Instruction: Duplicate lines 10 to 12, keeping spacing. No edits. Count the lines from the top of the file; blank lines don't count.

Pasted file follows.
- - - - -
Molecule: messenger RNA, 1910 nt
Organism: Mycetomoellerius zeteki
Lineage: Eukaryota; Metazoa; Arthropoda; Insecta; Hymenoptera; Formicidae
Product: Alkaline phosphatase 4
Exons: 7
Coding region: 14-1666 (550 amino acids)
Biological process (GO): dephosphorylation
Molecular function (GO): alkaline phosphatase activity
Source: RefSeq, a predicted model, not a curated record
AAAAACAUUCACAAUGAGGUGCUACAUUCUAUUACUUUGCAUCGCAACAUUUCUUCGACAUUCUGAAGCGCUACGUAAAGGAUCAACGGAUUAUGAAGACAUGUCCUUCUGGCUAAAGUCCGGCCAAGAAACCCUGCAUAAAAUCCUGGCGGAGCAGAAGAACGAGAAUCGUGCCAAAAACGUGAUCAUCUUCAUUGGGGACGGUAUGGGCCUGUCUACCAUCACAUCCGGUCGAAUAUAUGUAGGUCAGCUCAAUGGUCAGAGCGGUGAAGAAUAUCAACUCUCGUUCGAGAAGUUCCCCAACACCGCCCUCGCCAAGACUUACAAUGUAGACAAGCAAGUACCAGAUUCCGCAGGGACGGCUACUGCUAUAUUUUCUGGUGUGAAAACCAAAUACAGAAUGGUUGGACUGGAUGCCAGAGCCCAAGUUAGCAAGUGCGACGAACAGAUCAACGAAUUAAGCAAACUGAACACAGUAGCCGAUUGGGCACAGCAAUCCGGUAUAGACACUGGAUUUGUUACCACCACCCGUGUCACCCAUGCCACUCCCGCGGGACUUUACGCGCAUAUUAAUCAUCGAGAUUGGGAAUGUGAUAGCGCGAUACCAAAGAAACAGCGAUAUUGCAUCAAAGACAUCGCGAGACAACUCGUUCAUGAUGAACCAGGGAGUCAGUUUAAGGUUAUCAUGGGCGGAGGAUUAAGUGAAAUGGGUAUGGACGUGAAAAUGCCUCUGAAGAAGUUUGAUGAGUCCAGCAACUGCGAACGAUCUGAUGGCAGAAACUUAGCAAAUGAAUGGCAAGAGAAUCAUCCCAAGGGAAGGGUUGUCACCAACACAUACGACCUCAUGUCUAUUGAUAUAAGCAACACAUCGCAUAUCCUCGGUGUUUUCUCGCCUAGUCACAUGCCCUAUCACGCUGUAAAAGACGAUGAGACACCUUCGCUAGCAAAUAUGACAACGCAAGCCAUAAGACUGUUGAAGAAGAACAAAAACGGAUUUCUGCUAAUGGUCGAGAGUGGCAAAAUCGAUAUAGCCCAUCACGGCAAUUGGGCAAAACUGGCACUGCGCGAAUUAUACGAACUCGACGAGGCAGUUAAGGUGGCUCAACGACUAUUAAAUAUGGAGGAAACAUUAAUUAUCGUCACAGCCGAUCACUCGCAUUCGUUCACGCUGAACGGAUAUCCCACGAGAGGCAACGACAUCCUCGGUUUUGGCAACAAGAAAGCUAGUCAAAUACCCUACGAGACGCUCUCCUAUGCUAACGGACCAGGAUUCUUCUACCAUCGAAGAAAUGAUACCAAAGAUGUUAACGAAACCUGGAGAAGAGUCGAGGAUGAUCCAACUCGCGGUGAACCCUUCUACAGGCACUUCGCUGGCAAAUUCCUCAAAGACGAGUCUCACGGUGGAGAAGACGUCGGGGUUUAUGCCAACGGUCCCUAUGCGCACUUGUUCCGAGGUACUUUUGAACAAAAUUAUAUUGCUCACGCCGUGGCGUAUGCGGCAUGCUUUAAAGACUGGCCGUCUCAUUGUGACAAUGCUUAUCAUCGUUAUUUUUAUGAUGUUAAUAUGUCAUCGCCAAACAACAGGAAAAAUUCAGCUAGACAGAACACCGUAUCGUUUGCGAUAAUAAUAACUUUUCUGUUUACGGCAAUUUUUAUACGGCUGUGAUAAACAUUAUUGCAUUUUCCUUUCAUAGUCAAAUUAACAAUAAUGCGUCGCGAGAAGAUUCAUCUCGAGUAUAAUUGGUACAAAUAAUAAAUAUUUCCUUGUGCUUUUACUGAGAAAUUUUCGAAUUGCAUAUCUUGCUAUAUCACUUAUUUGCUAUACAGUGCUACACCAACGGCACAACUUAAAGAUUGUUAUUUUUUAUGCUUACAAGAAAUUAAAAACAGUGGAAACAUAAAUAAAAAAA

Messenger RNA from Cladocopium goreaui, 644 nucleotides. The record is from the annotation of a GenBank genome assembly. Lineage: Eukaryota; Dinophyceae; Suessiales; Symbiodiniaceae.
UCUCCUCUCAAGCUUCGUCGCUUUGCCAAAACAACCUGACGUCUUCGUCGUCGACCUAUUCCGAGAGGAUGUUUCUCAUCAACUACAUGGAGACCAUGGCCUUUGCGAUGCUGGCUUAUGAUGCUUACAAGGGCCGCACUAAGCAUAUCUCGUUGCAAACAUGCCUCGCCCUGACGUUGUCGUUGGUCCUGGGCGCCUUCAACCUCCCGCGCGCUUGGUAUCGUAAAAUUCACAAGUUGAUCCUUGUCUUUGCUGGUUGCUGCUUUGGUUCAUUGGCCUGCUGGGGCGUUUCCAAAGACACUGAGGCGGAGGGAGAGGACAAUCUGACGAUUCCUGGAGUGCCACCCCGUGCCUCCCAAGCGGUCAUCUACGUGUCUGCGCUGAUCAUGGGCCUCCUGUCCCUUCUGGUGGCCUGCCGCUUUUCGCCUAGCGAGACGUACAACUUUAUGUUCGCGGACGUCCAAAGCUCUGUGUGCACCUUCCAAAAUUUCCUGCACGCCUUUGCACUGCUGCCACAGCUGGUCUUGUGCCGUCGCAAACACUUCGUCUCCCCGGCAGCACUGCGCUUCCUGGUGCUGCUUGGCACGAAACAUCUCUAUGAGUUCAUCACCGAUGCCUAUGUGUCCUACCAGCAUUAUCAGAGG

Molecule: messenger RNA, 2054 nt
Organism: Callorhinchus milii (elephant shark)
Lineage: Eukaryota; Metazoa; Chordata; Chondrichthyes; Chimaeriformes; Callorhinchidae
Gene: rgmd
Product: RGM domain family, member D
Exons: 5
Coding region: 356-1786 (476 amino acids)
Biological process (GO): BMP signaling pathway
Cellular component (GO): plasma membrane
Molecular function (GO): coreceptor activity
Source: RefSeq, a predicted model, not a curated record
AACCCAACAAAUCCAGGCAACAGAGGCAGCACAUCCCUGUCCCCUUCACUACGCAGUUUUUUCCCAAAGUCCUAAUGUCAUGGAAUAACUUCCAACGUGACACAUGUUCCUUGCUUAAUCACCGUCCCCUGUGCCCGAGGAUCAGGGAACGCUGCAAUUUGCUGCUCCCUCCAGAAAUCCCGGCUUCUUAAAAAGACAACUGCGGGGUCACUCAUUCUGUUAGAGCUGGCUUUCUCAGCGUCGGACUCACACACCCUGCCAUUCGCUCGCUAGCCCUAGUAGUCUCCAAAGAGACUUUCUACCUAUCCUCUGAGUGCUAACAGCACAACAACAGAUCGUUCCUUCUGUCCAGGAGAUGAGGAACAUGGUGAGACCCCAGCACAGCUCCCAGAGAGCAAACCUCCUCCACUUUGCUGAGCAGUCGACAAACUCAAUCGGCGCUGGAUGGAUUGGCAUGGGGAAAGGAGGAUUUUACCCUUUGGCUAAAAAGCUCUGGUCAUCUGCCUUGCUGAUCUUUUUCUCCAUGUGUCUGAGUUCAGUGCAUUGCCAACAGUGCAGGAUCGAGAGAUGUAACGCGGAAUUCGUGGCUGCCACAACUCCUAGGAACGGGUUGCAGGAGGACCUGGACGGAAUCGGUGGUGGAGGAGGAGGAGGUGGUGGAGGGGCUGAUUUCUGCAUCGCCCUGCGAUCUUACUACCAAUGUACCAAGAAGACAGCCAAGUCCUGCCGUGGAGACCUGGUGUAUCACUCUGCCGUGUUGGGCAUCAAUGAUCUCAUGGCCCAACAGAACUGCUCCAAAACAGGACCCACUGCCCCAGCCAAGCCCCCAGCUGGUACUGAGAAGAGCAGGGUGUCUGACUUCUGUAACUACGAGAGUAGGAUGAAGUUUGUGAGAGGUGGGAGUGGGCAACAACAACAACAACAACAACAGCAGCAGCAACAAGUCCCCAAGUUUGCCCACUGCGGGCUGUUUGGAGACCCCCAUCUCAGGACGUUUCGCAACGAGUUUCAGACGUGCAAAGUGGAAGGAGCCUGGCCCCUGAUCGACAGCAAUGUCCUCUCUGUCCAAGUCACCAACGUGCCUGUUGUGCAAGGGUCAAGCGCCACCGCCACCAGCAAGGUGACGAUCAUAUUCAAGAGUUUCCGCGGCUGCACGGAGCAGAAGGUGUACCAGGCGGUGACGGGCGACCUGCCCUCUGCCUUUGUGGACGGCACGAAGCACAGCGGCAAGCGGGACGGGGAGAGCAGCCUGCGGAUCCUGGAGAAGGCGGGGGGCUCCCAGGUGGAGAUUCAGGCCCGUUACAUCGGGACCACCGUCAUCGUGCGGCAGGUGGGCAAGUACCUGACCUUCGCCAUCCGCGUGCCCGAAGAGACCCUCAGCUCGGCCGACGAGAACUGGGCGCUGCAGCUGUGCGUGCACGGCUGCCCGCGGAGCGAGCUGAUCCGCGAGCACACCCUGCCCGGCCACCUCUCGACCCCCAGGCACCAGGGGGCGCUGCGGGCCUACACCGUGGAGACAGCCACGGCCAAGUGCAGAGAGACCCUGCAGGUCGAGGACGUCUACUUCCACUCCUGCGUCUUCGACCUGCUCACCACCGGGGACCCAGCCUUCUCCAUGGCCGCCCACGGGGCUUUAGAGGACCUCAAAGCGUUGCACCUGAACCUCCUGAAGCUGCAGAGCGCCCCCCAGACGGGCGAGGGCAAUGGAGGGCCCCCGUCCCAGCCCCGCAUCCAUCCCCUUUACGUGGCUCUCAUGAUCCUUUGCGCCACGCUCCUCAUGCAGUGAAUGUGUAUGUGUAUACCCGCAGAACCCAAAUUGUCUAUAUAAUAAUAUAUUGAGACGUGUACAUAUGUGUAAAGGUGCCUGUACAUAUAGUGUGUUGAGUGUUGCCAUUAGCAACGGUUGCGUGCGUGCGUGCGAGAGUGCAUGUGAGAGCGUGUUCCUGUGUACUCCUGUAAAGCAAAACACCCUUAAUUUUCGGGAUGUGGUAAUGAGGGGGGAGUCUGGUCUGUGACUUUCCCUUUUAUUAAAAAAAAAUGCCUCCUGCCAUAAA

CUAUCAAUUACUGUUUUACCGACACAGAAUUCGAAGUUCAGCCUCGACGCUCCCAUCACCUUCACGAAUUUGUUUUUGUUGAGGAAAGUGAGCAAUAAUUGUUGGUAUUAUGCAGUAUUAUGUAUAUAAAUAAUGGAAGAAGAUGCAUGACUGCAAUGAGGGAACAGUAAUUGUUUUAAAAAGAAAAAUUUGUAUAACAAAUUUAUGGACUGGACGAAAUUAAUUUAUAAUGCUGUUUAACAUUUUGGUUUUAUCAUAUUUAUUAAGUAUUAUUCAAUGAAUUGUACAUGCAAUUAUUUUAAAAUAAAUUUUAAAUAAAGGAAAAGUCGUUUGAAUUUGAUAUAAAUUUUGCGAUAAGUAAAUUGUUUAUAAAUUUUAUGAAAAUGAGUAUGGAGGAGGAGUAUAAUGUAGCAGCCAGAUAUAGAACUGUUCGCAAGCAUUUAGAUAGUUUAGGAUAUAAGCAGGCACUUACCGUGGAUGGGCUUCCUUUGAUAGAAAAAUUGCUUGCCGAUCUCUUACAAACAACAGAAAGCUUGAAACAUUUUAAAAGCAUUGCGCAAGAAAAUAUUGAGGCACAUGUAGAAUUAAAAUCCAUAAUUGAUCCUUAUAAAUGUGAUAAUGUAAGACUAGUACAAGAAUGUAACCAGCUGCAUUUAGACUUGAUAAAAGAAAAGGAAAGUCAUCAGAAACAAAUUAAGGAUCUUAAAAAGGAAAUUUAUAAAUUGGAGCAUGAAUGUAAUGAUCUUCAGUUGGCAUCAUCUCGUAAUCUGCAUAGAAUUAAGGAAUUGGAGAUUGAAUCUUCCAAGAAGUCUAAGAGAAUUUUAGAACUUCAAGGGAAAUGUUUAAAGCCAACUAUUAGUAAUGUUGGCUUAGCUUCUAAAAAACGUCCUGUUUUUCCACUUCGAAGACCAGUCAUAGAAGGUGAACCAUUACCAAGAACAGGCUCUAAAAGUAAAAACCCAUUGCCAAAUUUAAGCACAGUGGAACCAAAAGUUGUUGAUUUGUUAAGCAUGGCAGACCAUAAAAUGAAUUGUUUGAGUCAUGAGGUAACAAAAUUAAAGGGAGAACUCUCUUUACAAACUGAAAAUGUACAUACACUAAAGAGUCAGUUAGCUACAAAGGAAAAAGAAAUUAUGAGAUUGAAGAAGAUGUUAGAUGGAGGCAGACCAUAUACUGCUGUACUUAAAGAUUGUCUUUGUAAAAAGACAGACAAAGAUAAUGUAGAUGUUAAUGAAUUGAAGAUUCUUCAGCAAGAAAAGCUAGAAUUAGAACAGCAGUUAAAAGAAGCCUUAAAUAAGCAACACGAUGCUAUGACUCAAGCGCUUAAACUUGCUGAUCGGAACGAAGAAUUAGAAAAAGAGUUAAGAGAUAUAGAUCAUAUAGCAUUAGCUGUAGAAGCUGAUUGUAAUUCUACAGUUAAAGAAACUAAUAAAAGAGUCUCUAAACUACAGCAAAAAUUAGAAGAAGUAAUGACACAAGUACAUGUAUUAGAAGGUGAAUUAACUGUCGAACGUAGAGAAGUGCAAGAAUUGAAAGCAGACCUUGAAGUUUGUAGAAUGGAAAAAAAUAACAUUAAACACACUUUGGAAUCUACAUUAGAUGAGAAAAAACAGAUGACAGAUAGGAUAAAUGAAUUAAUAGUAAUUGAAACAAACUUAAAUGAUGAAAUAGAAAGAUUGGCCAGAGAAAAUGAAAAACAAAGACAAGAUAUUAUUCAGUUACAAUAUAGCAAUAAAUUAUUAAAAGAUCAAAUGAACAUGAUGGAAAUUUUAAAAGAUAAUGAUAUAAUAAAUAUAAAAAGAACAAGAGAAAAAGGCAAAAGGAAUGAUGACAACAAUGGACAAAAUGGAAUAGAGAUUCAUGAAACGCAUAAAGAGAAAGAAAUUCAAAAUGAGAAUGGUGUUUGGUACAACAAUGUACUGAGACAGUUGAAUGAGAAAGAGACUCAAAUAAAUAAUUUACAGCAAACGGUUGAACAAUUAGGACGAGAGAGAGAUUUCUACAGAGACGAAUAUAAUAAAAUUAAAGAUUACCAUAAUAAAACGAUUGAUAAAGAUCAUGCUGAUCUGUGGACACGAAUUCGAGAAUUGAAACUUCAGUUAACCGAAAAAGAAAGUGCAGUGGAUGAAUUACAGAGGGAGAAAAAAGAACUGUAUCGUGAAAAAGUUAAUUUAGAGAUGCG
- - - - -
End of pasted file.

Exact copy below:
AAAAACAUUCACAAUGAGGUGCUACAUUCUAUUACUUUGCAUCGCAACAUUUCUUCGACAUUCUGAAGCGCUACGUAAAGGAUCAACGGAUUAUGAAGACAUGUCCUUCUGGCUAAAGUCCGGCCAAGAAACCCUGCAUAAAAUCCUGGCGGAGCAGAAGAACGAGAAUCGUGCCAAAAACGUGAUCAUCUUCAUUGGGGACGGUAUGGGCCUGUCUACCAUCACAUCCGGUCGAAUAUAUGUAGGUCAGCUCAAUGGUCAGAGCGGUGAAGAAUAUCAACUCUCGUUCGAGAAGUUCCCCAACACCGCCCUCGCCAAGACUUACAAUGUAGACAAGCAAGUACCAGAUUCCGCAGGGACGGCUACUGCUAUAUUUUCUGGUGUGAAAACCAAAUACAGAAUGGUUGGACUGGAUGCCAGAGCCCAAGUUAGCAAGUGCGACGAACAGAUCAACGAAUUAAGCAAACUGAACACAGUAGCCGAUUGGGCACAGCAAUCCGGUAUAGACACUGGAUUUGUUACCACCACCCGUGUCACCCAUGCCACUCCCGCGGGACUUUACGCGCAUAUUAAUCAUCGAGAUUGGGAAUGUGAUAGCGCGAUACCAAAGAAACAGCGAUAUUGCAUCAAAGACAUCGCGAGACAACUCGUUCAUGAUGAACCAGGGAGUCAGUUUAAGGUUAUCAUGGGCGGAGGAUUAAGUGAAAUGGGUAUGGACGUGAAAAUGCCUCUGAAGAAGUUUGAUGAGUCCAGCAACUGCGAACGAUCUGAUGGCAGAAACUUAGCAAAUGAAUGGCAAGAGAAUCAUCCCAAGGGAAGGGUUGUCACCAACACAUACGACCUCAUGUCUAUUGAUAUAAGCAACACAUCGCAUAUCCUCGGUGUUUUCUCGCCUAGUCACAUGCCCUAUCACGCUGUAAAAGACGAUGAGACACCUUCGCUAGCAAAUAUGACAACGCAAGCCAUAAGACUGUUGAAGAAGAACAAAAACGGAUUUCUGCUAAUGGUCGAGAGUGGCAAAAUCGAUAUAGCCCAUCACGGCAAUUGGGCAAAACUGGCACUGCGCGAAUUAUACGAACUCGACGAGGCAGUUAAGGUGGCUCAACGACUAUUAAAUAUGGAGGAAACAUUAAUUAUCGUCACAGCCGAUCACUCGCAUUCGUUCACGCUGAACGGAUAUCCCACGAGAGGCAACGACAUCCUCGGUUUUGGCAACAAGAAAGCUAGUCAAAUACCCUACGAGACGCUCUCCUAUGCUAACGGACCAGGAUUCUUCUACCAUCGAAGAAAUGAUACCAAAGAUGUUAACGAAACCUGGAGAAGAGUCGAGGAUGAUCCAACUCGCGGUGAACCCUUCUACAGGCACUUCGCUGGCAAAUUCCUCAAAGACGAGUCUCACGGUGGAGAAGACGUCGGGGUUUAUGCCAACGGUCCCUAUGCGCACUUGUUCCGAGGUACUUUUGAACAAAAUUAUAUUGCUCACGCCGUGGCGUAUGCGGCAUGCUUUAAAGACUGGCCGUCUCAUUGUGACAAUGCUUAUCAUCGUUAUUUUUAUGAUGUUAAUAUGUCAUCGCCAAACAACAGGAAAAAUUCAGCUAGACAGAACACCGUAUCGUUUGCGAUAAUAAUAACUUUUCUGUUUACGGCAAUUUUUAUACGGCUGUGAUAAACAUUAUUGCAUUUUCCUUUCAUAGUCAAAUUAACAAUAAUGCGUCGCGAGAAGAUUCAUCUCGAGUAUAAUUGGUACAAAUAAUAAAUAUUUCCUUGUGCUUUUACUGAGAAAUUUUCGAAUUGCAUAUCUUGCUAUAUCACUUAUUUGCUAUACAGUGCUACACCAACGGCACAACUUAAAGAUUGUUAUUUUUUAUGCUUACAAGAAAUUAAAAACAGUGGAAACAUAAAUAAAAAAA

Messenger RNA from Cladocopium goreaui, 644 nucleotides. The record is from the annotation of a GenBank genome assembly. Lineage: Eukaryota; Dinophyceae; Suessiales; Symbiodiniaceae.
UCUCCUCUCAAGCUUCGUCGCUUUGCCAAAACAACCUGACGUCUUCGUCGUCGACCUAUUCCGAGAGGAUGUUUCUCAUCAACUACAUGGAGACCAUGGCCUUUGCGAUGCUGGCUUAUGAUGCUUACAAGGGCCGCACUAAGCAUAUCUCGUUGCAAACAUGCCUCGCCCUGACGUUGUCGUUGGUCCUGGGCGCCUUCAACCUCCCGCGCGCUUGGUAUCGUAAAAUUCACAAGUUGAUCCUUGUCUUUGCUGGUUGCUGCUUUGGUUCAUUGGCCUGCUGGGGCGUUUCCAAAGACACUGAGGCGGAGGGAGAGGACAAUCUGACGAUUCCUGGAGUGCCACCCCGUGCCUCCCAAGCGGUCAUCUACGUGUCUGCGCUGAUCAUGGGCCUCCUGUCCCUUCUGGUGGCCUGCCGCUUUUCGCCUAGCGAGACGUACAACUUUAUGUUCGCGGACGUCCAAAGCUCUGUGUGCACCUUCCAAAAUUUCCUGCACGCCUUUGCACUGCUGCCACAGCUGGUCUUGUGCCGUCGCAAACACUUCGUCUCCCCGGCAGCACUGCGCUUCCUGGUGCUGCUUGGCACGAAACAUCUCUAUGAGUUCAUCACCGAUGCCUAUGUGUCCUACCAGCAUUAUCAGAGG